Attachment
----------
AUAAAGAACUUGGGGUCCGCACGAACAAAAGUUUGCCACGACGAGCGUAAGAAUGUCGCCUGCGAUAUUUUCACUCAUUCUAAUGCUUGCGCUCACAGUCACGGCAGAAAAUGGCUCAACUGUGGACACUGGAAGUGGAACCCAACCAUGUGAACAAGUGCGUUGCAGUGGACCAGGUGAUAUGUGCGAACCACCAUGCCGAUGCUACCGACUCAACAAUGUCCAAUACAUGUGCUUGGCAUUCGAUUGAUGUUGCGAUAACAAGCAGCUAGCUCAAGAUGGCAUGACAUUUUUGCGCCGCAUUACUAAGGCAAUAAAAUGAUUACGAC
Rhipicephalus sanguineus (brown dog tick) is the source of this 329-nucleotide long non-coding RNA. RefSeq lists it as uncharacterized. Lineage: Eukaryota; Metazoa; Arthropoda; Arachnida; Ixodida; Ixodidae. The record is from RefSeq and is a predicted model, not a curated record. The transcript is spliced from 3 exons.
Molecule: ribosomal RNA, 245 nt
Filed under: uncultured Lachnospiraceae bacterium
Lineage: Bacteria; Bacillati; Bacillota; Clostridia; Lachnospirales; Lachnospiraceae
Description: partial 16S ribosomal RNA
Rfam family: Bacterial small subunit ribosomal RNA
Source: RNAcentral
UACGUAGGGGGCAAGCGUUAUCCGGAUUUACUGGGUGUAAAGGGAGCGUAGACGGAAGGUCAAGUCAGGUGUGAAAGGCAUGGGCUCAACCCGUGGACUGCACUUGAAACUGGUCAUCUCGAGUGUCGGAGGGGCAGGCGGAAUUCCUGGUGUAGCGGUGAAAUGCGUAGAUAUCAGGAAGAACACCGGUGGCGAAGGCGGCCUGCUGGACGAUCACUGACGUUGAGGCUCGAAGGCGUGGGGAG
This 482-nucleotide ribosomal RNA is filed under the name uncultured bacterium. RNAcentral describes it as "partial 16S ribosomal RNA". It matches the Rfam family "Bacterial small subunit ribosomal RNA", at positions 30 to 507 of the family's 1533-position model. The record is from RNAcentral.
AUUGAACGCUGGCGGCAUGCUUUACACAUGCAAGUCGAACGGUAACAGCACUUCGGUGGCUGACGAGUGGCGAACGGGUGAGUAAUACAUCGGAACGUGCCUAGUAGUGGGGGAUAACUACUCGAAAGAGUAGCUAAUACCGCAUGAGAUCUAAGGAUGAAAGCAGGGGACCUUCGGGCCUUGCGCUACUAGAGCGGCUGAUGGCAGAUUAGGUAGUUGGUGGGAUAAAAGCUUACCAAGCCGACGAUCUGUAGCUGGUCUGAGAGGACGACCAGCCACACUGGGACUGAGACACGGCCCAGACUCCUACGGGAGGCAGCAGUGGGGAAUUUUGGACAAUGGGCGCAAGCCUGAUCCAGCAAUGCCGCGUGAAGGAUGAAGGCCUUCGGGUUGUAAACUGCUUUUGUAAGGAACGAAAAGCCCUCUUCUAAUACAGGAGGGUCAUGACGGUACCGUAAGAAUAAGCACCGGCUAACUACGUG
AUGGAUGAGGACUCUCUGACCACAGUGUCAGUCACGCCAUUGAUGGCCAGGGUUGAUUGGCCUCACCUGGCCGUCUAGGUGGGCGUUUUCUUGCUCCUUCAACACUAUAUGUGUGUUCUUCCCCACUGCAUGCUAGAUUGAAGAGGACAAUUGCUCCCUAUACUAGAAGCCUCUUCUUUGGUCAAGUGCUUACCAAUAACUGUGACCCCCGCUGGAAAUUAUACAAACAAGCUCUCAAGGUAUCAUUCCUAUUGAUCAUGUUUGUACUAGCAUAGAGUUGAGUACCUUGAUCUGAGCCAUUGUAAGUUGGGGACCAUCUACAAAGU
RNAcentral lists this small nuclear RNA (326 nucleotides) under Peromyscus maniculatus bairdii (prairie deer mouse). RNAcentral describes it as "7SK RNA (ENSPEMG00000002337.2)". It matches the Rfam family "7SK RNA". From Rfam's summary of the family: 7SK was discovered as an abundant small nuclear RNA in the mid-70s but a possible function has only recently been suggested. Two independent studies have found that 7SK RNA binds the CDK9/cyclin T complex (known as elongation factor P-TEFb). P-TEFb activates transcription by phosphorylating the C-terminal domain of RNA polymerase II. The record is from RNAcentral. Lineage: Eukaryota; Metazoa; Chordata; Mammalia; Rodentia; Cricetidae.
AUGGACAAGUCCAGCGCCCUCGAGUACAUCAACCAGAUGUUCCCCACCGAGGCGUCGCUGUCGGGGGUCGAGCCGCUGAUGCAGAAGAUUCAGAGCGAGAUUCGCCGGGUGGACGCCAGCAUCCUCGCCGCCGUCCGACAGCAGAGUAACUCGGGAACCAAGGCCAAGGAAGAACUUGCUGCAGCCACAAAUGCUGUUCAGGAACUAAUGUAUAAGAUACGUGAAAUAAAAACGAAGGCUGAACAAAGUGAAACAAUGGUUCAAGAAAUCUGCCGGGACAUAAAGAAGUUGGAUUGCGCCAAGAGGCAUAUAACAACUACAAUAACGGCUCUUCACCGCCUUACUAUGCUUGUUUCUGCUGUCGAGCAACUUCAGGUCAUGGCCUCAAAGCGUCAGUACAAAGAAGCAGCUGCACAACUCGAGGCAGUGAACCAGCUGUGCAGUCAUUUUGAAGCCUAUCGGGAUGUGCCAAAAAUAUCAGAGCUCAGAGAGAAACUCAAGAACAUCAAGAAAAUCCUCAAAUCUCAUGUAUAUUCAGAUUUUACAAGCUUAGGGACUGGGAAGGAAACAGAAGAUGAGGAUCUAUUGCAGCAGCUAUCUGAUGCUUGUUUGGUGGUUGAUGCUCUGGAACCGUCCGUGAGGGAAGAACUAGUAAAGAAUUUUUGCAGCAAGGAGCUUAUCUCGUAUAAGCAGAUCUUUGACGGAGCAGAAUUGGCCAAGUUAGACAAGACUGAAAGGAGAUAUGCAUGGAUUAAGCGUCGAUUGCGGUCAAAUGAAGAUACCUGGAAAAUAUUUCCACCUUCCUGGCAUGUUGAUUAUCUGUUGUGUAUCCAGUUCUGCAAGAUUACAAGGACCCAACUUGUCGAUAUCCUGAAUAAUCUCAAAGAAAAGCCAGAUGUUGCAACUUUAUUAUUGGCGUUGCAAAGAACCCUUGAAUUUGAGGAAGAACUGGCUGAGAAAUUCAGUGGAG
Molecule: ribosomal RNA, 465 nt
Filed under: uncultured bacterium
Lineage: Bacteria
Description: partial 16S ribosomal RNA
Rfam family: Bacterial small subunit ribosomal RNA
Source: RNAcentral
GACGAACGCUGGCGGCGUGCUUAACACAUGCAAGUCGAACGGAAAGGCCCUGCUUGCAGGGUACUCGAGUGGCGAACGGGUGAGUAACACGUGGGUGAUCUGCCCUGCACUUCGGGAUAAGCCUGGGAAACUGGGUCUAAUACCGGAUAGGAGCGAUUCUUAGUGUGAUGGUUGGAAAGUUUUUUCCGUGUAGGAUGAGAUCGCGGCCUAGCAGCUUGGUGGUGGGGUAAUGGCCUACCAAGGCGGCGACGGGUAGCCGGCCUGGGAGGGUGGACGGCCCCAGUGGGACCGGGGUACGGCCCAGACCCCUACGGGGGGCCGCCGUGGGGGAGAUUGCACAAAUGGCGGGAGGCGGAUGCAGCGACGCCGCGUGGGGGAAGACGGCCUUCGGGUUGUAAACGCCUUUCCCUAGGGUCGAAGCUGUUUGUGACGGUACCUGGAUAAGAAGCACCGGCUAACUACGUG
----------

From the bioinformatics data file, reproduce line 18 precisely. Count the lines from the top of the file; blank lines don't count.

Description: partial 16S ribosomal RNA